In 1875, he obtained his doctorate from the University of Zurich, where, as a student, he was an assistant to Karl Joseph Eberth in pathological anatomy. In 1886, he succeeded Johann Friedrich Horner as professor of ophthalmology at Zurich, a position he held until 1919.
Otto Haab made contributions involving pathological anatomy of the eye, as well as in treatment of eye-related lesions. In 1885 he clinically described what he called senile macular disease, today known as senile or age-related macular degeneration (AMD), and investigated the atrophic and pigmentary changes in the macular region of the eye associated with the condition.
His name is associated with several medical eponyms, that include: "Haab's reflex", which is another name for pupillary light reflex, and "Haab's magnet", a powerful magnet used for removing metallic particles from the eye. Also, the "Haab scale" is a device used to measure pupillary diameter, and "Haab's striae" are horizontal breaks in the Descemet membrane associated with congenital glaucoma.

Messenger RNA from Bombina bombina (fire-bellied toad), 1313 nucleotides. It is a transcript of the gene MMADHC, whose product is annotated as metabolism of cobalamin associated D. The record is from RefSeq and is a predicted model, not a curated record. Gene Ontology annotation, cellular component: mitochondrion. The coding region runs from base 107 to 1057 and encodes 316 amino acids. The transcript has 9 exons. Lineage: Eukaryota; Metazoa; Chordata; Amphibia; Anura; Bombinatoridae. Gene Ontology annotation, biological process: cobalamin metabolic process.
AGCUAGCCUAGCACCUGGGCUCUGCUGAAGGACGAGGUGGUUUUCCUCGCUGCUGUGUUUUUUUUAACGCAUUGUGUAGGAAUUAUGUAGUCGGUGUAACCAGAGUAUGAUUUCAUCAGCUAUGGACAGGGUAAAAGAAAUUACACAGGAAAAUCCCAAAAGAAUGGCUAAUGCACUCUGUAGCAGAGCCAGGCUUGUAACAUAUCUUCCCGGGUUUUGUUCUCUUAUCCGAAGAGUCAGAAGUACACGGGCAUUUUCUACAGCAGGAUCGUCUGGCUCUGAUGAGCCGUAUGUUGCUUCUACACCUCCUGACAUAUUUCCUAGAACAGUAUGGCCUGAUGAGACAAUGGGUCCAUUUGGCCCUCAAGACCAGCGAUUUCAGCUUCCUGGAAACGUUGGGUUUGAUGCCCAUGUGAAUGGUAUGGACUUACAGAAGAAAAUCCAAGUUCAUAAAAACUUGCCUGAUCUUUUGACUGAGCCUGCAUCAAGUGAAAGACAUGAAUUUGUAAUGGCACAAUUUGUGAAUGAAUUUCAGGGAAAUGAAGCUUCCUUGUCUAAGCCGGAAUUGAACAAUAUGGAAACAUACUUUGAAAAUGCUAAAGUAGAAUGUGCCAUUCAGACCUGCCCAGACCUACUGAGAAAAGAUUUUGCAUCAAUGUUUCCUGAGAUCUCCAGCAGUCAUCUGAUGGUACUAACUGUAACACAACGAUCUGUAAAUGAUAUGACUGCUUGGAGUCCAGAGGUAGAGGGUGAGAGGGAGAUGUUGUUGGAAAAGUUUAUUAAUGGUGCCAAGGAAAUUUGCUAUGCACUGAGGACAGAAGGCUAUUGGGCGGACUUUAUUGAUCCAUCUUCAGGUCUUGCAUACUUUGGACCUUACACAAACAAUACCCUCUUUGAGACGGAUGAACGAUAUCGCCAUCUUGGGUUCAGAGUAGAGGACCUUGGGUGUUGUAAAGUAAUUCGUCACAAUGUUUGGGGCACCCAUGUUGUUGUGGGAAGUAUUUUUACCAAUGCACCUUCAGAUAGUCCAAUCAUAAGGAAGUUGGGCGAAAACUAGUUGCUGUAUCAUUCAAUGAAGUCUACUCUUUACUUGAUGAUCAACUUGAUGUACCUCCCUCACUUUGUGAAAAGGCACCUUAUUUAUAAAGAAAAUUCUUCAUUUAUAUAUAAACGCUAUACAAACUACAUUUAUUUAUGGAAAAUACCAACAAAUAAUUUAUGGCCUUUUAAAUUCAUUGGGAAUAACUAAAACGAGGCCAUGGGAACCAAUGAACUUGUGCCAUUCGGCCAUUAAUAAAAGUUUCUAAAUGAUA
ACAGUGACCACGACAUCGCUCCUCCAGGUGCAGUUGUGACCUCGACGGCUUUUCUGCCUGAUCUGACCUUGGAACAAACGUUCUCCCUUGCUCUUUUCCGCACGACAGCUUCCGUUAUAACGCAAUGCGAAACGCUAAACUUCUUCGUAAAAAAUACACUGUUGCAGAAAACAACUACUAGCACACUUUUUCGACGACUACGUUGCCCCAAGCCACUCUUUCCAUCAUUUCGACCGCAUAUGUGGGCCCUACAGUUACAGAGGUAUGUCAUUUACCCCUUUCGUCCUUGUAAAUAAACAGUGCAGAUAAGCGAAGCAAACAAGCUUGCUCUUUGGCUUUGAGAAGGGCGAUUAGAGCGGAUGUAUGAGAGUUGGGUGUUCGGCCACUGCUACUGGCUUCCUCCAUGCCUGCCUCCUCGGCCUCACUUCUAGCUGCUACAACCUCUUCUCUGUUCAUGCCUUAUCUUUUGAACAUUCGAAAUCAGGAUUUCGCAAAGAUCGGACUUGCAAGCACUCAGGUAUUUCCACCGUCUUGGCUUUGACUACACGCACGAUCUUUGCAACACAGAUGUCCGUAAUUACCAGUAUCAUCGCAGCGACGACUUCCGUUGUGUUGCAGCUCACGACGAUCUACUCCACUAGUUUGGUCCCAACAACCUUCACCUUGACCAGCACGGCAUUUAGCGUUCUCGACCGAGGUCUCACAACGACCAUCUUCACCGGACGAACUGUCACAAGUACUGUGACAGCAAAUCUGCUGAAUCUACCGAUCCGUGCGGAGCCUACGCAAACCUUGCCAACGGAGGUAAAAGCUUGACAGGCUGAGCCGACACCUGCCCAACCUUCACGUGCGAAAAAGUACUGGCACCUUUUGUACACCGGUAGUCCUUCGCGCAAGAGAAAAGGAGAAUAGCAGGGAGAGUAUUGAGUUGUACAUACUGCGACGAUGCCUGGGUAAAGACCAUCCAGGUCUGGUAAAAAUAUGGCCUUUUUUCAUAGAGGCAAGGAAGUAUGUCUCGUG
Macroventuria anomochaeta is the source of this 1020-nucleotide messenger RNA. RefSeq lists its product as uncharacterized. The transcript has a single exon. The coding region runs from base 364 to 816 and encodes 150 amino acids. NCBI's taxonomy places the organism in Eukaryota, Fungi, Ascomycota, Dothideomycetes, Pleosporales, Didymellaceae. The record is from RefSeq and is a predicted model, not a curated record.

- Atlas und Grundriss der Ophthalmoskopie und ophthalmoskopischen Diagnostik Munich, 1895. (5th edition, 1908; translated into English and French).
- Atlas der äusseren Erkrankugen des Auges nebst Grundriss ihrer Pathologie und Therapie Munich, 1899. (4th edition, 1910; translated into English and French).
- Atlas und Grundriss der Lehre von den Augenoperationen Munich, 1904. (2nd edition, 1920; translated into English and French).
- Ophthalmology Hall of Fame (biography of Otto Haab)
- Dorland's Illustrated Medical Dictionary. Dorland (32nd ed.). Elsevier. 2012 . p. 815. ISBN 978-1-4160-6257-8.</ref>